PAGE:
HSBC allowed fraudsters to move millions of dollars of stolen money around the world, even after it learned from US investigators the scheme was a scam.
JP Morgan allowed a company to move more than $1bn through a London account without knowing who owned it. The bank later discovered the company might be owned by a mobster on the FBI's 10 Most Wanted list.
Evidence that one of Russian President Vladimir Putin's closest associates used Barclays bank in London to avoid sanctions which were meant to stop him using financial services in the West. Some of the cash was used to buy works of art.
The husband of a woman who has donated £1.7m to the UK's governing Conservative Party's was secretly funded by a Russian oligarch with close ties to President Putin.
The UK is called a "higher risk jurisdiction" and compared to Cyprus, by the intelligence division of FinCEN. That's because of the number of UK registered companies that appear in the SARs. Over 3,000 UK companies are named in the FinCEN files - more than any other country.
The United Arab Emirates' central bank failed to act on warnings about a local firm which was helping Iran evade sanctions.
Deutsche Bank moved money launderers' dirty money for organised crime, terrorists and drug traffickers. More details (BuzzFeed News)
Standard Chartered moved cash for Arab Bank for more than a decade after clients' accounts at the Jordanian bank had been used in funding terrorism
Why is this leak different?
There have been a number of big leaks of financial information in recent years, including:
2017 Paradise Papers - A huge batch of leaked documents from an offshore legal service provider Appleby and corporate services provider Estera. The two operated together under the Appleby name until Estera became independent in 2016. They revealed the offshore financial dealings of politicians, celebrities and business leaders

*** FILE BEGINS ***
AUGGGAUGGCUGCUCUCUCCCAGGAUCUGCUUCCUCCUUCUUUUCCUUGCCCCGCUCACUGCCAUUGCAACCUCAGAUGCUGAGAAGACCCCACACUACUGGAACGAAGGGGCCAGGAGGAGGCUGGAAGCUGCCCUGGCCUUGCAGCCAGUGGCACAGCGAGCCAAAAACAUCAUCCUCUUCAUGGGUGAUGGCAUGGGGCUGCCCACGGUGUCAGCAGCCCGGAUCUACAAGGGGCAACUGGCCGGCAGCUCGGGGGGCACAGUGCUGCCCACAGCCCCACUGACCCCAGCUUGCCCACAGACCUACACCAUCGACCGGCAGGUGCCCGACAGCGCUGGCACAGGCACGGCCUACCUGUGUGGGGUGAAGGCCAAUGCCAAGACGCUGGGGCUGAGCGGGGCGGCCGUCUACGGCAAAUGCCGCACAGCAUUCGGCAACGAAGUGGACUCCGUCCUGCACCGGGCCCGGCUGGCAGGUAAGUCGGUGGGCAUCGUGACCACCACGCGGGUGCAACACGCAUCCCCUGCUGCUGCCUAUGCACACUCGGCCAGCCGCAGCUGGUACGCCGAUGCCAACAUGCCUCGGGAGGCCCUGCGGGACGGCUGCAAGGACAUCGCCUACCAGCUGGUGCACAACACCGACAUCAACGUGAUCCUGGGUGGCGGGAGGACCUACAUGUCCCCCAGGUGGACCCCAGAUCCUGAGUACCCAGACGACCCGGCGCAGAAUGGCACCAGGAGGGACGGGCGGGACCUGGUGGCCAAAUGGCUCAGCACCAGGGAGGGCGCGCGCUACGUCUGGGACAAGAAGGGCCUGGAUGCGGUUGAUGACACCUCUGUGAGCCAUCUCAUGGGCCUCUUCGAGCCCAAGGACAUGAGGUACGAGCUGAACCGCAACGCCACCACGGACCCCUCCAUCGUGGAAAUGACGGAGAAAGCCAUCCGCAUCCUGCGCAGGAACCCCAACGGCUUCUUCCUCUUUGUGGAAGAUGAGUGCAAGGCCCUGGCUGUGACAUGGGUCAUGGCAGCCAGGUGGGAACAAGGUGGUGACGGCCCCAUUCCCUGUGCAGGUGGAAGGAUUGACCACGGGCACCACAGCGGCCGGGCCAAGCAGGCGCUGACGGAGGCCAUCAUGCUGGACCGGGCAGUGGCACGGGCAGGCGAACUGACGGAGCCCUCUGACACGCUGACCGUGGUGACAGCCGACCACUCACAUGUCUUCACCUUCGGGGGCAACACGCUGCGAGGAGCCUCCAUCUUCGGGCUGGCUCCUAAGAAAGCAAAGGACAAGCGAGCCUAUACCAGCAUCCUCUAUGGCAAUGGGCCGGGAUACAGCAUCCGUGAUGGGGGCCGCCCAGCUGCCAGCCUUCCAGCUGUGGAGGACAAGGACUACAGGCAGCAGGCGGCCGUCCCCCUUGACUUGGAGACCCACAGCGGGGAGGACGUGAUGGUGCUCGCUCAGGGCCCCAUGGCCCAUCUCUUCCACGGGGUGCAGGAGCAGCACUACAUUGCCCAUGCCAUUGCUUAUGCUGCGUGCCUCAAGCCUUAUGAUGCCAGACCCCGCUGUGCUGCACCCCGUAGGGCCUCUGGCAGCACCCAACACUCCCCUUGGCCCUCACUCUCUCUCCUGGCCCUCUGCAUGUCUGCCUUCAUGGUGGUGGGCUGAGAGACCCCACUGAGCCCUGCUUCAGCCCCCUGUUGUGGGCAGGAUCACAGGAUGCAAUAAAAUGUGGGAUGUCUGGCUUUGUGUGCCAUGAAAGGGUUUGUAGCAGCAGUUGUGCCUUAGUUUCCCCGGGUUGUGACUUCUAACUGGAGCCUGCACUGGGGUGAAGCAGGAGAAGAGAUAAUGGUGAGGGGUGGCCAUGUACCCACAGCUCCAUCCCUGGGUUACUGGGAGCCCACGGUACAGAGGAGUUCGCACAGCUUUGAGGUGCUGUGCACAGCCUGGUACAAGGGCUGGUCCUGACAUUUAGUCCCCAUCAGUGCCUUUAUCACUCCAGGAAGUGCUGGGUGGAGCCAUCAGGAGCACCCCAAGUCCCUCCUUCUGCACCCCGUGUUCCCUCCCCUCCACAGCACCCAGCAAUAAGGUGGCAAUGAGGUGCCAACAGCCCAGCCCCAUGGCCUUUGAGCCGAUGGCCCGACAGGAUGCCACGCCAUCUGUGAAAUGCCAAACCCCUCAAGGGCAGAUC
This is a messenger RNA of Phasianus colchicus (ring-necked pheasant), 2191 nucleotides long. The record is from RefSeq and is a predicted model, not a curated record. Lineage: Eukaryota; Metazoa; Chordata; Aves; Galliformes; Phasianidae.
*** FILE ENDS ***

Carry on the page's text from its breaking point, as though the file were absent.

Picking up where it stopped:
2016 Panama Papers - Leaked documents from the law firm Mossack Fonseca showed more about how wealthy people were using offshore tax regimes to their benefit
2015 Swiss Leaks - Documents from HSBC's Swiss private bank showed how it was using the country's banking secrecy laws to help clients avoid paying tax
2014 LuxLeaks contained documents from the accountancy firm PricewaterhouseCoopers showing that big companies were using tax deals in Luxembourg to reduce the amount they were having to pay
The FinCEN papers are different because they are not just documents from one or two companies - they come from a number of banks.
They highlight a range of potentially suspicious activity involving companies and individuals and also raise questions about why the banks which had noticed this activity did not always act on their concerns.
FinCEN said the leak could impact on US national security, compromise investigations, and threaten the safety of institutions and individuals who file the reports.
But last week it announced proposals to overhaul its anti-money laundering programmes.
The UK has also unveiled plans to reform its register of company information to clamp down on fraud and money laundering.